Procida is the smallest of the islands in the gulf of Naples, and a lot less touristy than Capri and Ischia.
To get there you either get a hydrofoil from the Molo Bevello or you can get a slower ferry from Porta di Massa about a kilometer down the road in the opposite direction to Chaia.
To get to Molo Bevello, go to the coastal side of Castel Nuovo. With your back to the castle and facing the sea, the ticket office is the low one storey structure in front of you, as opposed to the more imposing cruise ship terminal in the background.
The hydrofoil takes forty minutes and costs around €15 whereas the ferries take an hour and cost about €10 (in May 2014). The two main companies running them are Caremar and SNAV.
It’s a good idea to get to get to the pier early (say 8am to give you time to queue) if you want to have time to do some sightseeing in Procida before and after lunch and get back to Naples the same day.
I arrived at the the Molo Bevello at about 10am on a Sunday to find that only SNAV were running hydrofoils that day. I’d missed the 8.25 am sailing and had a couple of hours to wait till the next one at 12am, To kill time I walked down towards Chiaia to have a look at Naples’ second seafront castle, Castel dell’ Ovo, which is quite near (see separate post).
I finally got to Marina Grande in Procida at about 1.30pm. I didn’t want hang about as I was half an hour late for my lunch reservation, so I decided to cancel my plan of hiring a bike and instead jumped in a cab to get to the other side of the island. You can apparently ask the restaurant to pick you up in a boat from Marina Grande, but I hadn’t been that organised.
For €10 I think the friendly cab driver took me the long way round but he probably wanted to give me a good impression of the island, as well as a great view of my destination Baia di Chiaia, from the top of the cliffs.
According to Fodors, Procida is the most densely populated island in Europe and certainly everywhere I saw was pretty built up, although not in a bad way.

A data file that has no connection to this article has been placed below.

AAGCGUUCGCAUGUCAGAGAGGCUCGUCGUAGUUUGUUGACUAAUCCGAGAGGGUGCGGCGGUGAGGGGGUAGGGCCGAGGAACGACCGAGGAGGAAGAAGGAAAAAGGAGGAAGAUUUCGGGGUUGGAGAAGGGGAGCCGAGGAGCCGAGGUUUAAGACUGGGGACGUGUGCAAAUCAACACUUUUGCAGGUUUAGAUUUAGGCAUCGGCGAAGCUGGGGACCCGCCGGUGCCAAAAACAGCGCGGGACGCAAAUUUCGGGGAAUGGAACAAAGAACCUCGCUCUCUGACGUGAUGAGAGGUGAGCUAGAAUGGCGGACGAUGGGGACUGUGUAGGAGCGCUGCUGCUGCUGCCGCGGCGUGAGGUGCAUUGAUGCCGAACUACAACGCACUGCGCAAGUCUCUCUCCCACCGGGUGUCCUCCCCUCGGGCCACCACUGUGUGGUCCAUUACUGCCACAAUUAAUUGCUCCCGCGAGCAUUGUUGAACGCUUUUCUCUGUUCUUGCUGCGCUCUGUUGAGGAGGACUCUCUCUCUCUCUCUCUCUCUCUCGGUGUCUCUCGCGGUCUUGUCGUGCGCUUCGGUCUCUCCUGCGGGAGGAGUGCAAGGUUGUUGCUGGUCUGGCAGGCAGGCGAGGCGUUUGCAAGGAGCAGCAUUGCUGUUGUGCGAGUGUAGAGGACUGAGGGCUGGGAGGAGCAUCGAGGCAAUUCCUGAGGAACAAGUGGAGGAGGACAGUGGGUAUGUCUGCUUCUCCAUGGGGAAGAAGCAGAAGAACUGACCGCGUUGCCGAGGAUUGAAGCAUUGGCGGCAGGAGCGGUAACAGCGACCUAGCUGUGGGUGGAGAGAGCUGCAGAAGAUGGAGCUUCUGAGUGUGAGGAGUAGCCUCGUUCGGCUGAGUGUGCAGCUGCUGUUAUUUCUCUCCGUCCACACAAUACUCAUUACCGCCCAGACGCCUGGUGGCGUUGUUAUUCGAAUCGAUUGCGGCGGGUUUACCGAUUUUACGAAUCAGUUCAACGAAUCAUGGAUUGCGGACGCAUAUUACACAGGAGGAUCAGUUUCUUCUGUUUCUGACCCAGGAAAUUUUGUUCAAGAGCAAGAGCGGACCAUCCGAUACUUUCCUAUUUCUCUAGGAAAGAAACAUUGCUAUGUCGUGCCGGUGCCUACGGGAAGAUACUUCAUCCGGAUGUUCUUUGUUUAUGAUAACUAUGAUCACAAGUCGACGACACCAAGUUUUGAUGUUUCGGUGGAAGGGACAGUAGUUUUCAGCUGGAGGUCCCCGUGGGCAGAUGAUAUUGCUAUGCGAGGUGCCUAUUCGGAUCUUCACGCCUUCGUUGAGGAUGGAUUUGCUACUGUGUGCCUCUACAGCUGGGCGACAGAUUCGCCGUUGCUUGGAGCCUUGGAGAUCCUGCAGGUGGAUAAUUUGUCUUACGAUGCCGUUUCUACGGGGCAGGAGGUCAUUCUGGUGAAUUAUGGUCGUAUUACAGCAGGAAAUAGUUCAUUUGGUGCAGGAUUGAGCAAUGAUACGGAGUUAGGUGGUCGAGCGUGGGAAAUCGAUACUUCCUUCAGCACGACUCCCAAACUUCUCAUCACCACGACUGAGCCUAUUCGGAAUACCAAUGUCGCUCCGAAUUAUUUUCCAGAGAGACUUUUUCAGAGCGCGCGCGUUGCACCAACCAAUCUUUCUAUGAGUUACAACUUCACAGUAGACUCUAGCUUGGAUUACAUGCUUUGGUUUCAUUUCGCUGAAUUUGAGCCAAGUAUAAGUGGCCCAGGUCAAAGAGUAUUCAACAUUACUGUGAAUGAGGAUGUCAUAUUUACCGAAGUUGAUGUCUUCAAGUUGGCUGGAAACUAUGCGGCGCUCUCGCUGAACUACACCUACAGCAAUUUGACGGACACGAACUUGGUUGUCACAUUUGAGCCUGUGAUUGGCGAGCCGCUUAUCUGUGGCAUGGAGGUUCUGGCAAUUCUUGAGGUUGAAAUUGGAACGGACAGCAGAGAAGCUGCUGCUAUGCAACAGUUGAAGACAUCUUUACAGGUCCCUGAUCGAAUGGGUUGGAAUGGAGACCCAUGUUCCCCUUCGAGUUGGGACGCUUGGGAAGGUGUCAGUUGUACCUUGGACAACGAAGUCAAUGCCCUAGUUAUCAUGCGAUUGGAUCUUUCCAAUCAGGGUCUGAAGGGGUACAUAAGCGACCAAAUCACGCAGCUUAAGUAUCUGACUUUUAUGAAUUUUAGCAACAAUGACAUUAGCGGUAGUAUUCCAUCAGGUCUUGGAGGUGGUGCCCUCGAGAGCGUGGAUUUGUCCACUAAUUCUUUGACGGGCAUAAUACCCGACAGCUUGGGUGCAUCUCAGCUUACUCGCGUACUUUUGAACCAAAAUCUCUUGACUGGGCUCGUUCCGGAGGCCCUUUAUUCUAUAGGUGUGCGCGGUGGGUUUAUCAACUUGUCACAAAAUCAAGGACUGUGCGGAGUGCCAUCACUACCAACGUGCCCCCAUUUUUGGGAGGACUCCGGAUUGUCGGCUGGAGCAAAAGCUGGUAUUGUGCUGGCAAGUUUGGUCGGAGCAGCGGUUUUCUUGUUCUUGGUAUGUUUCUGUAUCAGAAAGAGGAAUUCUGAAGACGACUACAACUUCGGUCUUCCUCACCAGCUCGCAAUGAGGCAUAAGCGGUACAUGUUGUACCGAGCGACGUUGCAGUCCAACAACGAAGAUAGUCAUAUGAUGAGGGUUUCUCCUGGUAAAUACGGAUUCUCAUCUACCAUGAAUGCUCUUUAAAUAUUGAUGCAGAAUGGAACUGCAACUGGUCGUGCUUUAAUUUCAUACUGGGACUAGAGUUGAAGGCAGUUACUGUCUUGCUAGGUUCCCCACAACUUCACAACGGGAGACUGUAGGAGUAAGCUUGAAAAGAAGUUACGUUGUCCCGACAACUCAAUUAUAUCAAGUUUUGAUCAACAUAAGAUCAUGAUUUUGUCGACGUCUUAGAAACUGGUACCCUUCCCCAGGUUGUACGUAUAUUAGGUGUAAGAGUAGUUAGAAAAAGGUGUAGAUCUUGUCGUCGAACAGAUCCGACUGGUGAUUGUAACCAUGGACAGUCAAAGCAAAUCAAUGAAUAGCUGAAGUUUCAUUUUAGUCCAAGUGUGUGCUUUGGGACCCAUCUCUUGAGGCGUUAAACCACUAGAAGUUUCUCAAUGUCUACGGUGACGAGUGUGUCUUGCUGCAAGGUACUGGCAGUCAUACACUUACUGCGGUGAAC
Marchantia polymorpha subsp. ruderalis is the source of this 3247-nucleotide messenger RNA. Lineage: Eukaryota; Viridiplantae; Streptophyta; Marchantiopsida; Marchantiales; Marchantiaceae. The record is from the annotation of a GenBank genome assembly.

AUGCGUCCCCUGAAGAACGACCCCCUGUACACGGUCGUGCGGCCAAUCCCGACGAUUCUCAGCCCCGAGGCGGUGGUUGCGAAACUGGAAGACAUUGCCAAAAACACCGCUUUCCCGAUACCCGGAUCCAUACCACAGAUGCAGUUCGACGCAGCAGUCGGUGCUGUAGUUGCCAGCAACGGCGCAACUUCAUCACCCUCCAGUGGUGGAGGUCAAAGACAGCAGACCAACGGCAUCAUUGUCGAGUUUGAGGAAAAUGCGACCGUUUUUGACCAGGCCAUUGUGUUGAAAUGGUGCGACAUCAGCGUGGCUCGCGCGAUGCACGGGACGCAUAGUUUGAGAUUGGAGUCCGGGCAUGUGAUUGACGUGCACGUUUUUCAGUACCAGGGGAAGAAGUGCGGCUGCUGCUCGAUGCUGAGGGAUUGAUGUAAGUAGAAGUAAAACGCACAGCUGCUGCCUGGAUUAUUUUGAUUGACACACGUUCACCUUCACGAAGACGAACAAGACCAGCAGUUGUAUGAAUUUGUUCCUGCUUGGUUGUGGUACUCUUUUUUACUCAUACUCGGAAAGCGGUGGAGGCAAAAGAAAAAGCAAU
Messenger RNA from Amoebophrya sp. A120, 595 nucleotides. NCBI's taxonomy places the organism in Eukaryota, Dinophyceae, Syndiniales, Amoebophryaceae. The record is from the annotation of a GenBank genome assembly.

La Conchiglia (Intermediate B+), Via Pazzaco 10, Baia di Chiaia, Tel. 0818 967602, Mobile 339 384 9050 www.laconchigliaristorante.com
I needn’t have worried about getting a table here as I was there in early May before the main season had started. There were only two other tables of customers so I could get one of the coveted seats on the terrace next to the window and enjoy the stunning view.
The Baia di Chiaia is one of the most beautiful spots in the Bay of Naples. From my seat I could see the pastel coloured buildings of Marina Corricella, nestling below the dark walls of the fortified Terra Murata, with Vesuvius in the background a little further to the right.
This was most definitely a top spot for some serious luncheon and as it was my first day in Italy for several months, I decided to treat myself.
First of all I had Soute de Vongole e Cozze, or larger clams with mussels steamed in white wine with chunks of air hardened bread soaking up the sauce. The Italians always seem to make this very salty, but I’m a salt addict so it’s still delicious (B+).
Following this, one of the specialities of the house; Paccheri pasta in a sauce of baby clams (B+).
To drink a bottle of Fiano de Avellino (Macchialupa 2013) which was good again but could have been more chilled (B+), as could the complimentary Limoncello at the end.
The Panna Cotta con Frutti di Bosco was a bit of a letdown too as I think it was ready made, out of a tub. Although it looked good, it didn’t have the delicacy of a homemade version and I didn’t feel any desire to finish it after a few mouthfuls (B).
The total cost was €50, with water, cover and a 10% service charge. The latter rankled a bit because my young server (a guy with a star tattoo on his neck) was unsmiling and completely inattentive. I’m guessing he’d been partying hard the night before because he forgot everything (e.g. coming to take my order, giving me the wine list, an ice bucket, the ice to go in it and more ice for my warm limoncello). The lady taking my money smiled though.